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Hammer blow for Ireland as McCullough to make US return

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Conor McCullough, pictured here at last year's National Senior Track and Field Championships, has submitted a transfer request to rejoin USAT&F

Conor McCullough, pictured here at last year's National Senior Track and Field Championships, has submitted a transfer request to rejoin USAT&F

Conor McCullough, pictured here at last year's National Senior Track and Field Championships, has submitted a transfer request to rejoin USAT&F

IRELAND is losing its only world-class thrower Conor McCullough to his native America, less than two years after he switched allegiances.

McCullough represented USA when he became the world junior champion at hammer in 2010, two years after winning silver at the same event. He is the son of two-time Irish Olympian Conor McCullough Snr, but was born and reared in California.

McCullough competed in Santry at the Irish nationals in 2011 and 2012 and, in July 2012, when he first switched allegiance, threw an Irish U-23 record of 75.09 metres. The 'A' standard for the 2012 Olympics was ridiculously high (78m), but 74.96m subsequently made the final in London and 75.09 would have ranked him ninth in that final.

McCullough first wore the Irish vest officially in autumn 2012, but has now submitted a transfer request to rejoin USAT&F.

Athletic Ireland's high performance director Kevin Ankrom told the Irish Independent that McCullough "feels more comfortable competing for America and wasn't really comfortable in the Irish vest".

"It is incredibly disappointing," Ankrom admitted, "but you cannot argue with somebody's loyalty and that's obviously how he feels." McCullough's U-turn is unfortunate timing as it occurs just when the standard nationally in field events is coming under scrutiny.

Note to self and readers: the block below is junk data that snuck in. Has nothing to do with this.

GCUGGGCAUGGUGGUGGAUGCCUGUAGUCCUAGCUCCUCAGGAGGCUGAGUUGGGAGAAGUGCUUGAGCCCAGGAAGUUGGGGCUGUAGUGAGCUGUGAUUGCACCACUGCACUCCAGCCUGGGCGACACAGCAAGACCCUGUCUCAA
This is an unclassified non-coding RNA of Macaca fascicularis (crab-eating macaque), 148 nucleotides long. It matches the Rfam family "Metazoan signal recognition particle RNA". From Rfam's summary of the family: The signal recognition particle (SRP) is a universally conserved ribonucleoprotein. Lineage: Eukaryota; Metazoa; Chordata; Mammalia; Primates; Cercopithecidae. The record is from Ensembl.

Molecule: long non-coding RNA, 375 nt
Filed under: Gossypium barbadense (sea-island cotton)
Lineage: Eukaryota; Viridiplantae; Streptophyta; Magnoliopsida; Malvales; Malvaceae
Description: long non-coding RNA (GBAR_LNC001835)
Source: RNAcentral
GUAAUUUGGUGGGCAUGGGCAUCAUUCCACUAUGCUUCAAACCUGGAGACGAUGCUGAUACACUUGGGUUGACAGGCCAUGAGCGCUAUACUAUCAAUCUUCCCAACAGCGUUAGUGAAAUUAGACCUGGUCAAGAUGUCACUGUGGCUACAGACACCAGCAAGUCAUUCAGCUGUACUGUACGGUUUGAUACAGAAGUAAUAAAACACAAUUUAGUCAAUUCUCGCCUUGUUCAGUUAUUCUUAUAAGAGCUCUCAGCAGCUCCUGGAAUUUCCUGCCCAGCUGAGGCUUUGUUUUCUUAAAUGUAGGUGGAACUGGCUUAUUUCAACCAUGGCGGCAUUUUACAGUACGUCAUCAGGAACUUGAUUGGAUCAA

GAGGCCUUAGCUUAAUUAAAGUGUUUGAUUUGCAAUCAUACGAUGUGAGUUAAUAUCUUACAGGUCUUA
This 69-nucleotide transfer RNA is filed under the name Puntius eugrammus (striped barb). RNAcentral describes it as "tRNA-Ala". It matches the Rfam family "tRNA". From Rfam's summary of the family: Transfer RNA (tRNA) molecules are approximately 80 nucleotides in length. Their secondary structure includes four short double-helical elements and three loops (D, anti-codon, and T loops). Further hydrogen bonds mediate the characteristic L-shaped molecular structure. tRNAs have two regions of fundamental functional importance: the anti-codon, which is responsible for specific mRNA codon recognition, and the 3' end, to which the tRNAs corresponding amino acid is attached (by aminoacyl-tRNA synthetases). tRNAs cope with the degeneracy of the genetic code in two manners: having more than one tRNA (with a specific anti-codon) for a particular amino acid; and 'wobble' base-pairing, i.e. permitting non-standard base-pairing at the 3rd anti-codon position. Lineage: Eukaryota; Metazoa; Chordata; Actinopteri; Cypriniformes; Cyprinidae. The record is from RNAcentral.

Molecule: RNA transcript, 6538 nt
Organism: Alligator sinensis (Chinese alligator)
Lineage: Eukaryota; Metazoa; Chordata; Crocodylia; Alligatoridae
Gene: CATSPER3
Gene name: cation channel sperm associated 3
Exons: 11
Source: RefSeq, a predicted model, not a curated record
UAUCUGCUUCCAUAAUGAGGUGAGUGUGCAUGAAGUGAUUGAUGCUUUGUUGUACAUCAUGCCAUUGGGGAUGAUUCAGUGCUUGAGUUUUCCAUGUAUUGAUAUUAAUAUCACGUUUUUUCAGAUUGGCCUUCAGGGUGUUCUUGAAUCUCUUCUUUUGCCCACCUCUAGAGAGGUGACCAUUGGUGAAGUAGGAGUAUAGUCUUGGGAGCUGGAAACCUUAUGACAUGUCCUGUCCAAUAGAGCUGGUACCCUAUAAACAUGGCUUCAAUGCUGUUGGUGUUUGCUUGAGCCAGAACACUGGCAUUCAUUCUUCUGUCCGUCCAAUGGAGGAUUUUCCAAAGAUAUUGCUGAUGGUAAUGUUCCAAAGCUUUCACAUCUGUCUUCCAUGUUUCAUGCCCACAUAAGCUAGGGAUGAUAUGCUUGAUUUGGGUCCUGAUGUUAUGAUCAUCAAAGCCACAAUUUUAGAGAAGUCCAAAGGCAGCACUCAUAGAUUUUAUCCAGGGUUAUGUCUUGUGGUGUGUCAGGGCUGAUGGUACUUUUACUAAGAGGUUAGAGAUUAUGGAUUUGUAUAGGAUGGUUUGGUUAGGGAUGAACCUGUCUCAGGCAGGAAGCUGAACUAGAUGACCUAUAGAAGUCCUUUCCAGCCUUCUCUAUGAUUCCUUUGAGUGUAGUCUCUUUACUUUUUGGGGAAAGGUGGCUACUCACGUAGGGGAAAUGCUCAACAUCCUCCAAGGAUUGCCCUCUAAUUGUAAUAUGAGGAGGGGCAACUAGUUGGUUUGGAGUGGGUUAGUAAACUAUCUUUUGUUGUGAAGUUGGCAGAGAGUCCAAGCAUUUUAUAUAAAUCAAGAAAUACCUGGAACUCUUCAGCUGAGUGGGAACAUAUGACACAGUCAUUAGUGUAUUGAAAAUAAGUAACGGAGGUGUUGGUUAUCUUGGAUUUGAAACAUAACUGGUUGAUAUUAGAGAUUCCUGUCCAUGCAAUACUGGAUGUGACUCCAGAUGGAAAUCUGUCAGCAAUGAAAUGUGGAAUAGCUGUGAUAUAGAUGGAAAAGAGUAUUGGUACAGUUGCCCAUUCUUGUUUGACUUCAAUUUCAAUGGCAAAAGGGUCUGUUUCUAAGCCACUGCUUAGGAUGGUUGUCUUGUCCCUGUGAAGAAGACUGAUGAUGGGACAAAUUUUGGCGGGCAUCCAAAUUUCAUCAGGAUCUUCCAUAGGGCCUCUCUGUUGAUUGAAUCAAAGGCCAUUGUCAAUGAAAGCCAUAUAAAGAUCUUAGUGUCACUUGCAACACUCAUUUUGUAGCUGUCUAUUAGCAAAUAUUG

The standard of Ireland's throwers and jumpers cost promotion to Europe's Superleague at the European Team Championships last weekend.

Ireland topped the second division in track standings, but finished seventh overall because so few points were won in the field. Europe is a hot-bed of throwing and they were facing several Olympic champions.

An eighth place from hammer-thrower Dempsey McGuigan and ninth for Tralee's Claire Fitzgerald in the women's shot were the best results. Ireland have regularly used the 'granny rule' to recruit abroad for first and second generation talent to fill gaps in the roster, of which Alistair Cragg is the outstanding example.

Top pole vaulter Tori Pena is Californian, McGuigan is British-born with an Ulster mother, while 5,000m runner Kevin Batt (23), who debuted last weekend, is Australian.

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Another acquisition last September was Australian Liam Zamel-Paez (25), a 2.29m high jumper who is currently injured.

In the meantime, the standard of Irish sprinting and hurdling has soared and Thomas Barr's sensational 48.90 last week currently ranks him ninth in the world at 400m hurdles. AAI are now working to try and get a lane for him in major meetings like the Diamond League.

But forget Lausanne, London or the Glasgow GP, you can go to Leixlip tonight and see the rising Ferrybank star for free.

Kildare club Le Cheile are opening their new track with a high-class inaugural meeting that will feature Barr and Irish seniors Rose Anne Galligan, Laura Crowe, Batt and some top Australians, including Ian Dewhurst, a 49.5 man in 400 hurdles.

It begins at 6.0, with the senior races from 7.45. It is testament to this 10-year-old club's ambition that it has built its own track for €600,000.


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